Subway Book Review’s Uli Beutter Cohen talks about community, NYC and the books that are keeping her inspired.
– KEYS SOULCARE
For the last five years, Uli Buetter Cohen has asked readers on the New York City subway, a simple question: “What are you reading?” Accompanied by a beautiful black-and-white portrait, she shares the stories of their book picks — and their lives — on her Instagram series, Subway Book Review. Uli’s SBR series has gained attention from readers all over the world, hoping to discover their next great book love.
Unsurprisingly, Uli navitaged sheltering in place with a renewed passion for sparking human connection: creating a bi-weekly Instagram Live series with authors fro Jason Reynolds to Jay Manuel, and first venturing from home to participate in the racial justice demonstrations in New York, Washington, D.C., and more.
We caught up with Uli to talk about her current vision and the books that are on her short list. They happened to be about NYC, of course, the city she loves now more than ever.
You do so many things. How do you describe yourself?
I identify as a documentarian, as a conversationalist, and as someone who is interested in talking to the people who make New York City the amazing place that it is. But I’m just a classic, eternal “seeker”, collecting personal stories that together weave a song about who we are as people. Like us all, I contain multitudes! I hope that my work reflects that, too.
You conduct your interviews on the literal subway platform, which shelter-in-place changed so dramatically in a matter of weeks. How else did it affect your work?
All of our lives have changed so drastically. Obviously riding the subway and perusing the trains and platforms for unsuspecting readers is not happening, and it hasn’t happened for seven months now.
The first time that I came [outside], from sheltering at home was to go to a protest, and it was really, really magnificent to go from full-on isolation to that shared experience.
What are you working on now?
As things started to open back up, I’ve turned to recording more conversations. I held an open call where people could kind of digitally “raise their hand” from the SBR community and meet up for an interview. People who have been looking for me on the subway trains were able to say, “Hey, come meet me at my station.”
I wanted to turn the table a little bit and let people take back some creative control in a time when so many of us have experienced such a loss of it. I had lots of beautiful people who say, “I’ve been legit looking for you for five years! And this is like a bucket list item for me. During a pandemic, who would have thought?!”
What lessons are you learning in this moment?
I think if 2020 opens up anything for us, it’s that we’re not just here to protect our damn selves and grow just for ourselves. We’re here to protect other people’s bodies and to let other bodies shine as much as our own, and celebrate each other as a big giant, dysfunctional human family.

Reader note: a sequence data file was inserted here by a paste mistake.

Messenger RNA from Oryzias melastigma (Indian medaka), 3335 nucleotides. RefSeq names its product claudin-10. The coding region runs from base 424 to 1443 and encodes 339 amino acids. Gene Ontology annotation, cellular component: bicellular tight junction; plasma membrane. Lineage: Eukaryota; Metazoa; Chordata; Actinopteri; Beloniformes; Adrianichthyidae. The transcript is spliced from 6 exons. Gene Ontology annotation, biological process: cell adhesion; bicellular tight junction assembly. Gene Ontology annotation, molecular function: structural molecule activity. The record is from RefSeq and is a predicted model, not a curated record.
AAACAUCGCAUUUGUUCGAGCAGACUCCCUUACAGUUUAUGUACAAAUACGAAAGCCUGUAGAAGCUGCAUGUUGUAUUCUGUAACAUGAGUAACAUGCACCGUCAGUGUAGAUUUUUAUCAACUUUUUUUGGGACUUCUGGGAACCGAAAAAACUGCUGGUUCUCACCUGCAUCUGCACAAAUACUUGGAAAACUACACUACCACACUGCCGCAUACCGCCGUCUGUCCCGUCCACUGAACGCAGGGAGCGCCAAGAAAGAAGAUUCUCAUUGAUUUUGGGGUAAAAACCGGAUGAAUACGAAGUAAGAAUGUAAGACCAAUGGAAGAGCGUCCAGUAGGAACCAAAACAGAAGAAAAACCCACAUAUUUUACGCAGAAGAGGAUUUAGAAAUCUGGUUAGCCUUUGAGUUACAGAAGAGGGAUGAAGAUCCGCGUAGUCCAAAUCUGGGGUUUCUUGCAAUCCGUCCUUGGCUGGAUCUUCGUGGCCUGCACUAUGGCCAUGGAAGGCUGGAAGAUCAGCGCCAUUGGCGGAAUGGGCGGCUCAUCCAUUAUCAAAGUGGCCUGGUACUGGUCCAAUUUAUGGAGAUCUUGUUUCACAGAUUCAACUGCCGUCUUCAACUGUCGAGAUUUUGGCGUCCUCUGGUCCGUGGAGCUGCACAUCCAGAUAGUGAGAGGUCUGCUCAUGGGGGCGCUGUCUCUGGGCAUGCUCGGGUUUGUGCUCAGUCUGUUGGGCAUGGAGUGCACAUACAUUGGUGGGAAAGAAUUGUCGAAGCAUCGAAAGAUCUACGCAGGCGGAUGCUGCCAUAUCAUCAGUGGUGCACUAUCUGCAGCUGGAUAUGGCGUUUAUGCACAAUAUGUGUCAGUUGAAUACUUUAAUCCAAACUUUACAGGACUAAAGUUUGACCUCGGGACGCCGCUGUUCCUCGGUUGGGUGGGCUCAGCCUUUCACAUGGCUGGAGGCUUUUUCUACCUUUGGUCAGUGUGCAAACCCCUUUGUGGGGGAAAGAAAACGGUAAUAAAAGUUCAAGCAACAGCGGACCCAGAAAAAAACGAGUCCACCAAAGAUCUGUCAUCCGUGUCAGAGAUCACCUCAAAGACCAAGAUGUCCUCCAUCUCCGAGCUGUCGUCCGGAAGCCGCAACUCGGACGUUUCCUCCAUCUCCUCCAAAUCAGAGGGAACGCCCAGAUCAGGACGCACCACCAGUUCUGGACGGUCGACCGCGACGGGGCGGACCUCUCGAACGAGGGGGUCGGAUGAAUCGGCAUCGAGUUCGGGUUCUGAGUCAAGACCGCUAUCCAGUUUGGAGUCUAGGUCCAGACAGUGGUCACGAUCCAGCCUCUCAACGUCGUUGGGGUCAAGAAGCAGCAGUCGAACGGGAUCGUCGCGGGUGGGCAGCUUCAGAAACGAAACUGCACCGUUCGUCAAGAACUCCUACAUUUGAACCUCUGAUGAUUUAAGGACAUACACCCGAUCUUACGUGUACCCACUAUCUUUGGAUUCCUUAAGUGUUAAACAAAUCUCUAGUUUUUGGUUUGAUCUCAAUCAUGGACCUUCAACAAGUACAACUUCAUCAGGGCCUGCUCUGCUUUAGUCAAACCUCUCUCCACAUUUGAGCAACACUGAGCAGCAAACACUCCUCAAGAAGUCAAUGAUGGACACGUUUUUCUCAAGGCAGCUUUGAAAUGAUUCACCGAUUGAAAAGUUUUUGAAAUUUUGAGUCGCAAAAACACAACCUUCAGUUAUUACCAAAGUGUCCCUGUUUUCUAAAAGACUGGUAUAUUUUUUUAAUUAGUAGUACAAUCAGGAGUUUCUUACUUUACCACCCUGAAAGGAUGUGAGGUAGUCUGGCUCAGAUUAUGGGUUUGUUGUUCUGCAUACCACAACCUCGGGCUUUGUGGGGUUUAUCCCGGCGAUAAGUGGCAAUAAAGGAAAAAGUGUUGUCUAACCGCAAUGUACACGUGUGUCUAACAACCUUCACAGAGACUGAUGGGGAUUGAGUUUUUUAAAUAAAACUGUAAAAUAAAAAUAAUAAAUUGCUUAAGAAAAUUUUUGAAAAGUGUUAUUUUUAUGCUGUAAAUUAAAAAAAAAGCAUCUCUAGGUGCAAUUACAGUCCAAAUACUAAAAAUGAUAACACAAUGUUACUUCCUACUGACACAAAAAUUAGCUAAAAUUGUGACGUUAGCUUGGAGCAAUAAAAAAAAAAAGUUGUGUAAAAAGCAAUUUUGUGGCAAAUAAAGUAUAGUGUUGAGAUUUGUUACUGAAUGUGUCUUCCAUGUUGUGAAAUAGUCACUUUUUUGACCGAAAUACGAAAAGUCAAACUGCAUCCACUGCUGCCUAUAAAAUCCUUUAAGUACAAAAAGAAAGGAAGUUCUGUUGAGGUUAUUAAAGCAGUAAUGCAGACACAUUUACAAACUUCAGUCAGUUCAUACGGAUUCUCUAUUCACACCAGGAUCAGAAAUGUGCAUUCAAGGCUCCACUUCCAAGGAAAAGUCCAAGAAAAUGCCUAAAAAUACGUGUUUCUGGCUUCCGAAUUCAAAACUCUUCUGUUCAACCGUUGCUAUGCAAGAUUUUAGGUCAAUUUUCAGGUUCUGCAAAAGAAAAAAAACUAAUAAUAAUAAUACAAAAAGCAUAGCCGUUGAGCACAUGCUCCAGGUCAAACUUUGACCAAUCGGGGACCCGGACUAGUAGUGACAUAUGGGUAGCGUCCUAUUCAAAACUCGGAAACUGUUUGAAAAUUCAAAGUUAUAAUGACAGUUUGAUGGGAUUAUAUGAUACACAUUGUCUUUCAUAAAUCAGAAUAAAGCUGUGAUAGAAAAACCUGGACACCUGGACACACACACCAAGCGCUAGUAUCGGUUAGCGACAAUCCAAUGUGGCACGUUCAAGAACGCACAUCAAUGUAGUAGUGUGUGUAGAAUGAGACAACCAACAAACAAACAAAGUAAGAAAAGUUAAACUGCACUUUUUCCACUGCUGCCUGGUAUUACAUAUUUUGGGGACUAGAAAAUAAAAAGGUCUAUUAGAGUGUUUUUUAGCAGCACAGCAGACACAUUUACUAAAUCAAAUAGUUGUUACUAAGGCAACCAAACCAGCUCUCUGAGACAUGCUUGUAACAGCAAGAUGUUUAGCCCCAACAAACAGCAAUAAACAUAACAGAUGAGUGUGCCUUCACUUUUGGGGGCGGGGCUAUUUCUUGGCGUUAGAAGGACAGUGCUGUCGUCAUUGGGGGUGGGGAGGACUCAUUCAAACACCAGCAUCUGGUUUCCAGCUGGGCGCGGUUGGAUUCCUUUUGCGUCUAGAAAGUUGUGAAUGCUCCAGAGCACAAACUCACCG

You’re currently writing a book, Between the Lines, that will be published by Simon & Schuster. In your downtime, what are you reading?
When you’re creating anything, sometimes there comes a time when you have to get very specific with what you consume. I want to read about New York. I want to watch documentaries about personalities. Here is a sample of my list:
1. The Colossus of New York by Colson Whitehead Whitehead gives us such an incredible visualization of space and emotions in New York City, which is so valuable, especially during this time. Remember seeking shelter under a crowded awning during a thunderstorm?
2. Subway by Bruce Davidson He is a tremendous street photographer who did a beautiful series on the subway that’s giving me a lot of joy.
3. M Train by Patti Smith “M” is the “mind train” that moves us through life and the experiences that can stop us in our tracks —like loss — which is very relatable always and particularly right now.
4. Back In the Days by Jamel Shabazz and Ernie Paniccioli Jamel Shabazz is an iconic New York City photographer and his IG account is majorly nostalgic for anyone who has ever loved New York. Mordechai Rubenstein told me about this book. I’m obsessed.
5. Severance by Ling Ma Severance describes the city during an imagined pandemic-future. It’s fantastic and speaks to what we hold on to when everything else falls away, and how we can find ourselves when that happens.
6. Luster by Raven Laelani Raven Leilani takes us into contemporary New York and into a love triangle, but the story is really all about our perception of ownership, family, and success. It’s full of layers and so good.
7. The City We Became by N.K. Jemisin If you’re a sci-fi lover, this book is for you. Reading it made me realize that New York City always belongs to the future because part of it is always dying and then rebirthing itself.
8. America Day by Day by Simone de Beauvoir De Beauvoir arrives in New York in 1947 and discovers the U.S. through a feminist, existentialist lens. Her book will remind you of On The Road which [Jack] Kerouac actually wrote a decade later.
Have any personal book favorites on this list, or more to share? Add them to our list in the comments!